「후기 인상파·考 - 1912년 전후를 중심으로」란 연재에 대해
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ㆍ발행기관 : 한국미술연구소 ㆍ수록지정보 : 美術史論壇 / 31권
ㆍ저자명 : 다나카 아츠시
ㆍ저자명 : 다나카 아츠시
영어 초록The title above refers to an essay I published in the Journal of Art Studies (Bijutsu Kenkyū, National Research Institute for Cultural Properties, Tokyo) in five parts from December, 1997, to December, 2006. That essay addressed the reception of Post-Impressionist painting in Japan.
My shorter article in this publication consists of two sections. In the first, I identify issues in the reception of Post-Impressionism, summarizing my broad examination of the question, focused on the year 1912, from the aspects of language and visual image. In the second section, I explain that it has been noted, both during the time the series was being published and since then, that the use of Kōki-Inshōha as the translation for “Post-Impressionism” is in error, since it in “Post” is translated as Kōki (literally, “later period”). The term has not been used in recent years. I examine that terminological change chronologically.
1. On “Kōki-Inshōha : Japanese Post-Impressionism Around 1912”
Here I first address the linguistic issues through the words of young artists who were key figures active around 1912. Kawaji Ryūkō (1888-1954), a poet as well as a student at Tokyo School of Fine Arts, Kinoshita Mokutarō (1885-1945), who was just beginning to engage in art criticism, the painter Yamawaki Shintoku (1886-1952), and Mushakōji Saneatsu (1885-1976), a member of the Shirakaba Group, which published the literary magazine Shirakaba (founded in 1910), engaged in what is known as the controversy over pictorial conventions (kaiga no yakusoku ronsō). The Mushanokōji position in this controversy was supported by, among others, Yanagi Muneyoshi (1889-1961), who wrote “Kakumei no Gaka ,” (Revolutionary Artists; Shirakaba , January, 1912), and Kimura Shohachi (1893-1958), a young artist who also actively published translations and introductory articles about art in magazines and other publications from 1912 on.
In considering the reception of such visual images, the reception of an alien culture, I turned to the agency of those doing the receiving. Based on the principle that “reception” could include the phenomena not only of imitation and influence but also amplification, rejection, and deviation, I examined various works. What became clear from that research was that in 1912, when an illustration reproducing a Van Gogh image of the sun, glowing vividly in bright colors, became available, it was directly copied. A painting of the Jintan illumination, an advertising display for a medication that gleamed in the night sky over Tokyo, was also created. The images exemplified by the “sun” and “Jintan” illustrate the diversity and complexity of the reception of the Post-Impressionists in Japan.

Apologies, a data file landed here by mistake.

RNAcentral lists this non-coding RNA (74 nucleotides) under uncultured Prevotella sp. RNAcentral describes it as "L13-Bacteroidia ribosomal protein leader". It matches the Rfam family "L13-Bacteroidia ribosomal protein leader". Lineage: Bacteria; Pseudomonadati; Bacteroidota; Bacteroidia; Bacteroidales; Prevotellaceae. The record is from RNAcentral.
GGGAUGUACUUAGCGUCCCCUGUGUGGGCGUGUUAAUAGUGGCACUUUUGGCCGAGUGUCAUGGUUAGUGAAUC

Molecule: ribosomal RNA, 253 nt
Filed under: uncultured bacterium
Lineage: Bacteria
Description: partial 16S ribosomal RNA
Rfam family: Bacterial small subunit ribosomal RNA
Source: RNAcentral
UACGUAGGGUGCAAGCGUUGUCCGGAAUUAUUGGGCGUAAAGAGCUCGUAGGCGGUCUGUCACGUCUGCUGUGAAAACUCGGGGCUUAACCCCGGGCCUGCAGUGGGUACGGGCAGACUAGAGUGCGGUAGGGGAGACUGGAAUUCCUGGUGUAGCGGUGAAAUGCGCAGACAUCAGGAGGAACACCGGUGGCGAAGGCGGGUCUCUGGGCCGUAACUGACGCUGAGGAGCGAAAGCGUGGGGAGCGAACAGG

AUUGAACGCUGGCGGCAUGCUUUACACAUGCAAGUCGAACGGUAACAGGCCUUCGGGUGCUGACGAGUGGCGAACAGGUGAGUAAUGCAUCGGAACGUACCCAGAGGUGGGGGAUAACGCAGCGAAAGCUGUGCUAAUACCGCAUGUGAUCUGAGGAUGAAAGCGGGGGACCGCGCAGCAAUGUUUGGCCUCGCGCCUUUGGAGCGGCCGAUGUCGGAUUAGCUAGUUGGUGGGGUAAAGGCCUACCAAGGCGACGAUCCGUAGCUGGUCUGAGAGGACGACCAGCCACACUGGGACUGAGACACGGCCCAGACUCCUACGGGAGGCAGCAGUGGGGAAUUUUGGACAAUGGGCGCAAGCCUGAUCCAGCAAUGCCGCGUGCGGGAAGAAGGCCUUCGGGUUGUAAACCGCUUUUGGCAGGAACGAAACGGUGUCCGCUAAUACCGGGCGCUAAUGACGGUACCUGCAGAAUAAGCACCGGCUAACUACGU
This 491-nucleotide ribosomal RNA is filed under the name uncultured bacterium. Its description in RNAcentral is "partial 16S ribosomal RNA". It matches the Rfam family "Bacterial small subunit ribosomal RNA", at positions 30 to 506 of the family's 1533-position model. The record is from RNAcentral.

2. Kōki Inshōha as a term in art history: on the history of research
After “The Post-Impressionists” reached Japan in the form of visual images, that is, illustrations of their paintings, in late 1911, several Japanese translations of the term “Post Impressionists” were used. Of them, the term Kōki Inshōha (literally, “late Impressionists”) was most widely used, from about 1913 until the 1990s.
The art historian Kanbayashi Tsunemichi, however, pointed out in his Bigaku kotohajime: Geijutsugaku no Nihon kindai (The birth of aesthetics: The study of art in modern Japan; Tokyo: Keiso Shobo, 2002, page 132) that “Post-Impressionists” should properly be translated as Inshōha igo or Posuto Inshōha (both meaning “Post-Impressionist”). In addition, Miyazaki Katsumi noted that Kōki Inshōha is a mistranslation in his essay “Cézanne kara 20 seiki kaiga e: Shizen, naimen, kaiga” (From Cézanne to 20th century painting: Nature, the interior, painting) for the exhibition From Monet to Cézanne: Impressionists and Epoch (held at the Akita Museum of Modern Art and at the Museum of Modern Art, Saitama, September–November, 2002). Takashina Shūji subsequently reiterated the observation that Kōki Inshōha is a mistranslation, that it refers to the subsequent movement that attempted to depict interior states and it properly should be Posuto Inshōha , a conclusion reported in an Asahi Shimbun article that addressed the issue and reported on that exhibition (June 4, 2003). Since then, the term Kōki Inshōha has all but ceased to be used in books, catalogues, and other publications. At present, in Japan, the term Posuto Inshōha is extensively used with respect to modern Western art; in texts and exhibitions concerning modern art in Japan, the terms Posuto Inshōha , Ｋo Inshōha , and, in quotations of earlier texts, Kōki Inshōha are used. Thus, a shift in terminology is occurring.
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